Suchet's Tyrone is the husk of a great actor, a skinflint who has sold his soul for one big commercial success; his attempts at preserving his self-esteem involve alcoholic delusion and the suffering of his wife, Mary Cavan Tyrone, a morphine addict since giving a difficult birth, and the uneasy bantering of his two grown sons, the failed actor James Tyrone Jr and the consumptive poet and sea-voyager, Edmund.
All four characters are close family portraits, Edmund of O'Neill himself. But it's the poisonous Irish Catholic atmosphere of guilt and retribution, whispered deceits and sudden accusatory lurches (with instant withdrawals and apologies) that Anthony Page's fleet and merciless production exposes so well.
It all takes place on one long day in August 1912 from sunlit morning till deep foggy night in the family summer house (designed by Lez Brotherston, beautifully lit by Mark Henderson) and speeds through in under three hours, the interval taken before the fourth fateful act.
You really do feel that these booze-fuelled arguments happen every day. It's as though the Tyrone family are trapped in their roles and that their domestic mythology is something they need as a communal fix, just as son number one needs to go whoring in town with “fat Violet” and son number two wallows in his “debauched” poets and the experience of pantheistic fulfilment on the sea.
These great speeches of the last act are superbly done by Trevor White as the fleshy James Jr and the bendy-limbed, stick thin Kyle Soller as Edmund. All four actors skirt round some astute editing and maintain the same sort of blistering pace that Jonathan Miller achieved in his revival starring Jack Lemmon and Kevin Spacey at the Haymarket a quarter of a century ago.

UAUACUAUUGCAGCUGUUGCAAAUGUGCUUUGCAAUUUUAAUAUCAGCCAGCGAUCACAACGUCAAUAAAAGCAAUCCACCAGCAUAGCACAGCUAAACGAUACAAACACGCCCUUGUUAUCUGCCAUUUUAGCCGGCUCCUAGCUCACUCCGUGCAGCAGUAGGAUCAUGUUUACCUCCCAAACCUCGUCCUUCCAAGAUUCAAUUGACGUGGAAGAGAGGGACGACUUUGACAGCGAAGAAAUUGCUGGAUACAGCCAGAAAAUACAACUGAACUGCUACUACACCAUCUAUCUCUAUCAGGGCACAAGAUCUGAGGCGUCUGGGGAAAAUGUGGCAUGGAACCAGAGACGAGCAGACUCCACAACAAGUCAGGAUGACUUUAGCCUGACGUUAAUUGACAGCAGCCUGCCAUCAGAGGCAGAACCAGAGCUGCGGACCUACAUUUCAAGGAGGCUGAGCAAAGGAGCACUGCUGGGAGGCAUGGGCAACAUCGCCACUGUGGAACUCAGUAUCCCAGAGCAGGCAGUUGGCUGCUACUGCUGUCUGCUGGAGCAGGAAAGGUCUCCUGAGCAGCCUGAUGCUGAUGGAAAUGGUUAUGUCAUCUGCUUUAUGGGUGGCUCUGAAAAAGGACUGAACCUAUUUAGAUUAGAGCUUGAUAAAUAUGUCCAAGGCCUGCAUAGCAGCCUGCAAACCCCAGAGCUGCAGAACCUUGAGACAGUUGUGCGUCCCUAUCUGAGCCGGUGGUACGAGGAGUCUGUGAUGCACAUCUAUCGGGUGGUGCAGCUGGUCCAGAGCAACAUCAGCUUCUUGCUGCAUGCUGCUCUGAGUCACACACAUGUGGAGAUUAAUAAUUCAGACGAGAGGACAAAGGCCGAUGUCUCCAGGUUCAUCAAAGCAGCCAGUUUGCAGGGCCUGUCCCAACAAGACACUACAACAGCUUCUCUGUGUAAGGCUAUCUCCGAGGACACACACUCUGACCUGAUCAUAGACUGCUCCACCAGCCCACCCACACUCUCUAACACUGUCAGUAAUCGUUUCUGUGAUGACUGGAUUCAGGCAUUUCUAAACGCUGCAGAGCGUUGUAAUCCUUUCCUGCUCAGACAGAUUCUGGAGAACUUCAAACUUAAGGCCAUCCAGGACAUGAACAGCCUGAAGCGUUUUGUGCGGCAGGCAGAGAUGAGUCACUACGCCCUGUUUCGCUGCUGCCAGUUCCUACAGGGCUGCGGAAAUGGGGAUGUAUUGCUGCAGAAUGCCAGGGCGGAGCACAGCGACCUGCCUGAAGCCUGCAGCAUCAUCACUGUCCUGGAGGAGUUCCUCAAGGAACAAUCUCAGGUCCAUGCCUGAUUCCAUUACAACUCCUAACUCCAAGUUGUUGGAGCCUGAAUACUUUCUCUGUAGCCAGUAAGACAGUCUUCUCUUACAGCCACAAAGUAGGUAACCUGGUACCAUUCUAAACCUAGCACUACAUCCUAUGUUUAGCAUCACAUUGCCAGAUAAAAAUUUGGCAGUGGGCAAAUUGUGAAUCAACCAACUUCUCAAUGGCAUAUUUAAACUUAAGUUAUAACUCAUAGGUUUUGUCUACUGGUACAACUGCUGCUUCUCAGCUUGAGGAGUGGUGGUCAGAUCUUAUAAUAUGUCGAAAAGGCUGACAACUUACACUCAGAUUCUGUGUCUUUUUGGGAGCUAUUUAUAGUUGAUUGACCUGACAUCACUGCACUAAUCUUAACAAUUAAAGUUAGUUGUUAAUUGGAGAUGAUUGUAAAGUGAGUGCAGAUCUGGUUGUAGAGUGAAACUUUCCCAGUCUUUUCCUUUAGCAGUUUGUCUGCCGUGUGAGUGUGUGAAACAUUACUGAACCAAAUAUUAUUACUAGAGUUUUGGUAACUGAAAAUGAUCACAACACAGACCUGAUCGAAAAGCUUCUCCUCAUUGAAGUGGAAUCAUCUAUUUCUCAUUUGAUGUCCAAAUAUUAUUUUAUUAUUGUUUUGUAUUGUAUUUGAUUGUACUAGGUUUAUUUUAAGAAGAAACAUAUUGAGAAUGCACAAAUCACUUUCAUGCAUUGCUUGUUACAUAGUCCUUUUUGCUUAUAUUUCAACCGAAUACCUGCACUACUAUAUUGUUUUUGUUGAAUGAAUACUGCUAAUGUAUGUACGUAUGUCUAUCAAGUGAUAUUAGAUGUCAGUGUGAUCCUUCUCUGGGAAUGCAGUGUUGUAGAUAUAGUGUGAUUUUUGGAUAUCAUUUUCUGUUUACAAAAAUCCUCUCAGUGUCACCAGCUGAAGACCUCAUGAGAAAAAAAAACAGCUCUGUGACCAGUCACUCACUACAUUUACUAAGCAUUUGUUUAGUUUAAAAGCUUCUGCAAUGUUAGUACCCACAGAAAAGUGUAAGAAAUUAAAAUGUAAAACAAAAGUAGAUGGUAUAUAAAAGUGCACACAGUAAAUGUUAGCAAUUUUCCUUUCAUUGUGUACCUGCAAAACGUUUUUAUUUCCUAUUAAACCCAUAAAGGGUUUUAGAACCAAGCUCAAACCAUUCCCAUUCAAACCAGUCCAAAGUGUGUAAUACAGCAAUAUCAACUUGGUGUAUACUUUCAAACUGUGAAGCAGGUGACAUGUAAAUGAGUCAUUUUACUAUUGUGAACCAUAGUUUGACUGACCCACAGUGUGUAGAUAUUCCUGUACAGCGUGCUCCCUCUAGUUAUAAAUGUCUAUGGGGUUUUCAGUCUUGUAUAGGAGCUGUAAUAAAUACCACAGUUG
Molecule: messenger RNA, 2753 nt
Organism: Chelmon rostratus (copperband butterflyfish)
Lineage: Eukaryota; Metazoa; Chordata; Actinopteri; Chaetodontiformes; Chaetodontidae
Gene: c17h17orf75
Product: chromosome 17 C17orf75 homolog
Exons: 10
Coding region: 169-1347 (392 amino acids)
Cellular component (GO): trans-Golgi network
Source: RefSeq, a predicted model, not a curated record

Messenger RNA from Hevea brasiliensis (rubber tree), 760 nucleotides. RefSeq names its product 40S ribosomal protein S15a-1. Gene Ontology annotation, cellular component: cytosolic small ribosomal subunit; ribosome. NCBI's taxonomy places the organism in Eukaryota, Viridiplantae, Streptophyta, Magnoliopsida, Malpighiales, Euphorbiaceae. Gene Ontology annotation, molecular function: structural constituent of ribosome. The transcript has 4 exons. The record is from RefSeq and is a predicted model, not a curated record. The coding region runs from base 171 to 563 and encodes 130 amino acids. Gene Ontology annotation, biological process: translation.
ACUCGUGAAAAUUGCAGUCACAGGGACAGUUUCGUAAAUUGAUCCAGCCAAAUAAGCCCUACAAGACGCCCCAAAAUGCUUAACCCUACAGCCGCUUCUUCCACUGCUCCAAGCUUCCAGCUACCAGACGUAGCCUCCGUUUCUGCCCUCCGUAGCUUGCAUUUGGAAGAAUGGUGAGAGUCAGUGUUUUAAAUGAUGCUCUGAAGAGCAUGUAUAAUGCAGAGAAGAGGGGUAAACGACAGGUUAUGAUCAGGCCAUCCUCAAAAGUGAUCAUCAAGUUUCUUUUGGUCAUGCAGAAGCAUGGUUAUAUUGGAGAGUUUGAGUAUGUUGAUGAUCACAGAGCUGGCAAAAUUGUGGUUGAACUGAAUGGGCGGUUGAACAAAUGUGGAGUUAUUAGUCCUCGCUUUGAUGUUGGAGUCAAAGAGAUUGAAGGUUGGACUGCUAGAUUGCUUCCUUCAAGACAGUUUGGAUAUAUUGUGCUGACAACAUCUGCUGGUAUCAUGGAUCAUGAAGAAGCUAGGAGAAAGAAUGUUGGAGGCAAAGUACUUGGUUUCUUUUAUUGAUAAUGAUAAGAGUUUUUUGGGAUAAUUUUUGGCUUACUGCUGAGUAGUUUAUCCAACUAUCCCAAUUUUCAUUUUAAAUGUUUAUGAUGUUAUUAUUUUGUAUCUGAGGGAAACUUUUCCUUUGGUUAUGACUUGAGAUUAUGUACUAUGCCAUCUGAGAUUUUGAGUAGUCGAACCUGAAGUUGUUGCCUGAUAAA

Suchet harks back even further to Laurence Olivier's National Theatre performance but resists Olivier's barking swagger, playing a much more broken, accommodating figure with odd flashes of the commanding Shakespearean; his theatrical heyday is a fading memory, not so much a defiant recreation, as it was with Olivier.
If the play belongs to anyone, it belongs to Mary, the convent girl who is drifting away from her family on jabs and sweet powders until her recurring lapses in the secrecy of her bedroom become a full blown “mad” scene. She appears, trailing her wedding dress, with an almost matter-of-fact inevitability, having paced around the upstairs bedroom like Ibsen's John Gabriel Borkman.
The Chicago Steppenwolf veteran and Roseanne co-star Laurie Metcalf is brilliant throughout despite the handicap of a terrible Wurzel Gummidge white wig at the end (why do they do this?). She plays the text with a sort of neurasthenic rubato, forever darting ahead of herself into desperate gestures of appeasement while hovering over the abyss.
It is an immensely sad and touching performance which keeps this most personal and tragic of great American plays, as it is throughout, on just the right side of a debilitating pathos. A triumphant evening.